Tuesday, November 22, 2022

The Doctrine Of Scripture Series: What We Have Explored In The Last Several Posts And Looking Ahead

Where we have journeyed thus far

    In our last post we looked carefully at how the New Testament canon was motivated by missions (in terms of the Spirit's inspiration of it, its writing, it recognition, and its distribution). Readers who want to review the last post may do so here

    The many attacks upon the Bible today warrant us knowing the history of how we got our Bibles. As for the New Testament, we explored the beginnings, receiving, recognition, and message of the New Testament canon here

    Over the course of the last several posts, we have discussed the New Testament canon. We discovered that almost all the New Testament books were immediately recognized and used as inspired books by the end of the first century – or the days of the Apostles. In this blog series, I have had us explore issues surrounding the canonization of the Old and New Testament canons, as well as the doctrine of Divine inspiration and its correlary truths of inerrancy and infallibility. Readers are more than welcome to look back through the archives of this blog to see how this series began back in September of 2022. 

Making sure we are clear on what canonization is and is not.

    By the first two-thirds of the second century, every book of the New Testament was universally recognized as inspired, with the first canonical list (The Muratorian canon list) establishing that the 27 books we have today were well in use by the end of the 100’s A.D. (or second century). Contrary to popular skeptics, who claim the early church had hundreds of books to choose from, and only selected the 27 some 400 years into church history, we find history paints a different picture. Canonization was not about kicking out books that were not liked, but rather recognizing inspired books that were qualified to be in the canon.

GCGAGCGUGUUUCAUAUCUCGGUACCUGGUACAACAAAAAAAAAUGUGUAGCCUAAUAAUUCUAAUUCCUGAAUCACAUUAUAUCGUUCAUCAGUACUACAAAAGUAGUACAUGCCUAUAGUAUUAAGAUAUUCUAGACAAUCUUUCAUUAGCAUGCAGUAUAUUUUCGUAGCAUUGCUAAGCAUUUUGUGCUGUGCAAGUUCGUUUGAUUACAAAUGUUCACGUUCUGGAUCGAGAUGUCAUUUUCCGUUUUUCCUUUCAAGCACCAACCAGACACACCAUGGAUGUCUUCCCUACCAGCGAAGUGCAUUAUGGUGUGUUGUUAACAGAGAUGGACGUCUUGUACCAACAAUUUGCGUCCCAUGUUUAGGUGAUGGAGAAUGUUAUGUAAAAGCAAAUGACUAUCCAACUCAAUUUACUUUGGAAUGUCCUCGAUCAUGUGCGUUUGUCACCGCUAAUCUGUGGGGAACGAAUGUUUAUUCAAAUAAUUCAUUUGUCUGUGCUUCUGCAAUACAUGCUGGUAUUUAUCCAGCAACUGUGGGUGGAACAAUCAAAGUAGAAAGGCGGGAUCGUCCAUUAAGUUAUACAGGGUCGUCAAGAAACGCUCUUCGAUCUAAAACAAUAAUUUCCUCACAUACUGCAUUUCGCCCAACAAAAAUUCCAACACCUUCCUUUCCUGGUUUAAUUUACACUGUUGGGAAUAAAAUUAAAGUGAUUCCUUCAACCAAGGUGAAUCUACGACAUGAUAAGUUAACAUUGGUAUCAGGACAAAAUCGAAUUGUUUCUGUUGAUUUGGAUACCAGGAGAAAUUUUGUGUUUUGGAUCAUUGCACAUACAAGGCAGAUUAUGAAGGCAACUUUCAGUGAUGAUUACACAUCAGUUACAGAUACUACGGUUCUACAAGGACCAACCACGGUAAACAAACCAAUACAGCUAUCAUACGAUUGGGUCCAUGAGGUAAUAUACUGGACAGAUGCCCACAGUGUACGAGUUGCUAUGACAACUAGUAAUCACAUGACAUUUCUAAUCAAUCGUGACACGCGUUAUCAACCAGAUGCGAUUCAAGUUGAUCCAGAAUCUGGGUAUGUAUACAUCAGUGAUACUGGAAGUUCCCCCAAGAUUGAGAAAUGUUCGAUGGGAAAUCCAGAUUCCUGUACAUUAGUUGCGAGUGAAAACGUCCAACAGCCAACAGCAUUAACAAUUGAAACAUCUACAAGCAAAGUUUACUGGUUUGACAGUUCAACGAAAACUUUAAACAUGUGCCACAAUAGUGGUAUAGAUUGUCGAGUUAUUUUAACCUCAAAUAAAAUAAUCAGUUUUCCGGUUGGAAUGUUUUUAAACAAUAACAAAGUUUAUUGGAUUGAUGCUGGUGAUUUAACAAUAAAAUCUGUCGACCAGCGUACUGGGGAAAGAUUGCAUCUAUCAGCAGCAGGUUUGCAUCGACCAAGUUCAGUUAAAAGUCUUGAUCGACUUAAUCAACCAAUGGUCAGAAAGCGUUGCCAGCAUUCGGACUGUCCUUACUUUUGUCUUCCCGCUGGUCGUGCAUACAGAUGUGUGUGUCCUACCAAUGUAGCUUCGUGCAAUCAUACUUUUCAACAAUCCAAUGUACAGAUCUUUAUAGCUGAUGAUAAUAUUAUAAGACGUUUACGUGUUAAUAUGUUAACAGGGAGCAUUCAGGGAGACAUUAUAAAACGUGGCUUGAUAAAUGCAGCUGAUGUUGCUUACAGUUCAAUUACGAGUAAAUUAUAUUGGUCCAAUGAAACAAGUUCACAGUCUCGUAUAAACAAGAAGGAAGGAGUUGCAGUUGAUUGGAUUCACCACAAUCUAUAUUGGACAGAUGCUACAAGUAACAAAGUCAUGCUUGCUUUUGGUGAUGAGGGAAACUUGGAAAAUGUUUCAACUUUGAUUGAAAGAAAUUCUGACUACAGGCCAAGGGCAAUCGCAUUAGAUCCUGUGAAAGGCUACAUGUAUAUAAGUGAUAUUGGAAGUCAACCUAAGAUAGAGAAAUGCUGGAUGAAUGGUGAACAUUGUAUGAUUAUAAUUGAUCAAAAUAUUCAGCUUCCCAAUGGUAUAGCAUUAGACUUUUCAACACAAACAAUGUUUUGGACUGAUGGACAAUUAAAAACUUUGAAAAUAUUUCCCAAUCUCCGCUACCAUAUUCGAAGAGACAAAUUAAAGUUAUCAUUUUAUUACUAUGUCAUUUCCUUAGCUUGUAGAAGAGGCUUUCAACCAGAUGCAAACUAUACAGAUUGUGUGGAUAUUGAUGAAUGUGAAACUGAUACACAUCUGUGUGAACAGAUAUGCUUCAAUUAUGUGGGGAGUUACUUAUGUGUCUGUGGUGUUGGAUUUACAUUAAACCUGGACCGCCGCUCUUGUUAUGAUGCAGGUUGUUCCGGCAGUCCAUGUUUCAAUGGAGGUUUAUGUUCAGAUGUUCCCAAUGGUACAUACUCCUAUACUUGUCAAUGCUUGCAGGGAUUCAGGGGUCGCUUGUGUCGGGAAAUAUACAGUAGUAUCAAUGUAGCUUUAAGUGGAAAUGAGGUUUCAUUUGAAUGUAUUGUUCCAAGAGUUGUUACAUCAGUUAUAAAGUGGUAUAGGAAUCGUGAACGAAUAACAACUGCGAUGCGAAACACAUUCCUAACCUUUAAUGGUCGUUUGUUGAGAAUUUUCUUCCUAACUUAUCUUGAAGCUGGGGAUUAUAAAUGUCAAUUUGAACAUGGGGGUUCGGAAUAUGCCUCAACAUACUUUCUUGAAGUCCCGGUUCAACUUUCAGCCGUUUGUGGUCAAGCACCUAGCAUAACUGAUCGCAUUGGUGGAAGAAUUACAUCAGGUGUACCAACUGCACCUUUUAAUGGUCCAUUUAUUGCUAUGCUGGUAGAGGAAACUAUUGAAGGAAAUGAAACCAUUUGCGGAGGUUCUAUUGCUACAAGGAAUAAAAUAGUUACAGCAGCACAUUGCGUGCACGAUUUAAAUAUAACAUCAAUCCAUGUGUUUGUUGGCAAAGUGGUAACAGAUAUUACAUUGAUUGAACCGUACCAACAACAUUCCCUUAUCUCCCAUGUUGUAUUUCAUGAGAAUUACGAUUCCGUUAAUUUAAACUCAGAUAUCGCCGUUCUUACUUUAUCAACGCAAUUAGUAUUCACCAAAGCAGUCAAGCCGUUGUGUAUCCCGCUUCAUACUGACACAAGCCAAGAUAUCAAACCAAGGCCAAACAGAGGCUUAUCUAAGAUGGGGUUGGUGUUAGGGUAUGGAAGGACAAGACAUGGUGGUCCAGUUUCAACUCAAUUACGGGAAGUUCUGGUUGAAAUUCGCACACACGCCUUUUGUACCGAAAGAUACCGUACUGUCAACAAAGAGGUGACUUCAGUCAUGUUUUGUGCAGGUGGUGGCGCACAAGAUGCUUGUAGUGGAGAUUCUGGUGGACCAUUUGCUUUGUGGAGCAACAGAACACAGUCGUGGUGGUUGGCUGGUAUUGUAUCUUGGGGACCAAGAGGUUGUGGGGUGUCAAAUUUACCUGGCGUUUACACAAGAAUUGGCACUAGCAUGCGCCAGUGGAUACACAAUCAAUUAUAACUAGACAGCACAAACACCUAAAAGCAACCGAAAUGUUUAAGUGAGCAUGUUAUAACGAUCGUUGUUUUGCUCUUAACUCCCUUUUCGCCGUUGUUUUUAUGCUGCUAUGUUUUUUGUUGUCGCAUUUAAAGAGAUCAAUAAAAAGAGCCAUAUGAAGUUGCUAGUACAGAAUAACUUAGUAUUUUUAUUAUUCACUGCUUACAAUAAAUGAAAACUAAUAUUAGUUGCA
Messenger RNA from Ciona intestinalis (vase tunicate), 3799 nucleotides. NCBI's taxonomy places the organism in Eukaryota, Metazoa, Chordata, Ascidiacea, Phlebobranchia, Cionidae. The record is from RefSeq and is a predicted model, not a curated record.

The Triple Foundation Of Christianity

    Then finally, we noted how the message of the New Testament canon, namely in portraying, preaching, explaining, and prominently exalting Jesus Christ, shaped the New Testament church. It was Christ’s resurrection and the writing and then preaching of the New Testament books that came to define the first century church. Coupled with the already established Old Testament Canon which we’ve discussed in previous posts, we find an important point emerge. Christianity was built on a triple foundation of the Old Testament canon, Christ’s resurrection, and New Testament canon. It is this same foundation that the Holy Spirit is using today to call and regenerate sinners from every nation – until He comes.

Looking ahead

    As we aim to continue in this series, we will explore what criteria were used in the recognition and use of the New Testament books. Also, we will explore other sorts of literature that, though influential in the early church, yet were not regarded as canonical by Christians in every place, everywhere. Some interesting topics, such as the so-called "lost Gospels" or "lost books of the Bible" will be briefly explored. At least for such books as those, we will see that they were not really "lost", but instead were well-known, and immediately rejected books regarded as fraudulant by the early Christians. We will then want to consider contemporary attacks on the Bible. Amazingly, attacks on the Bible, especially in the last three centuries, do not differ in principle from attacks that went on in the first three centuries of the church. As God gives strength, I hope this series will prove useful to whomever reads these posts.

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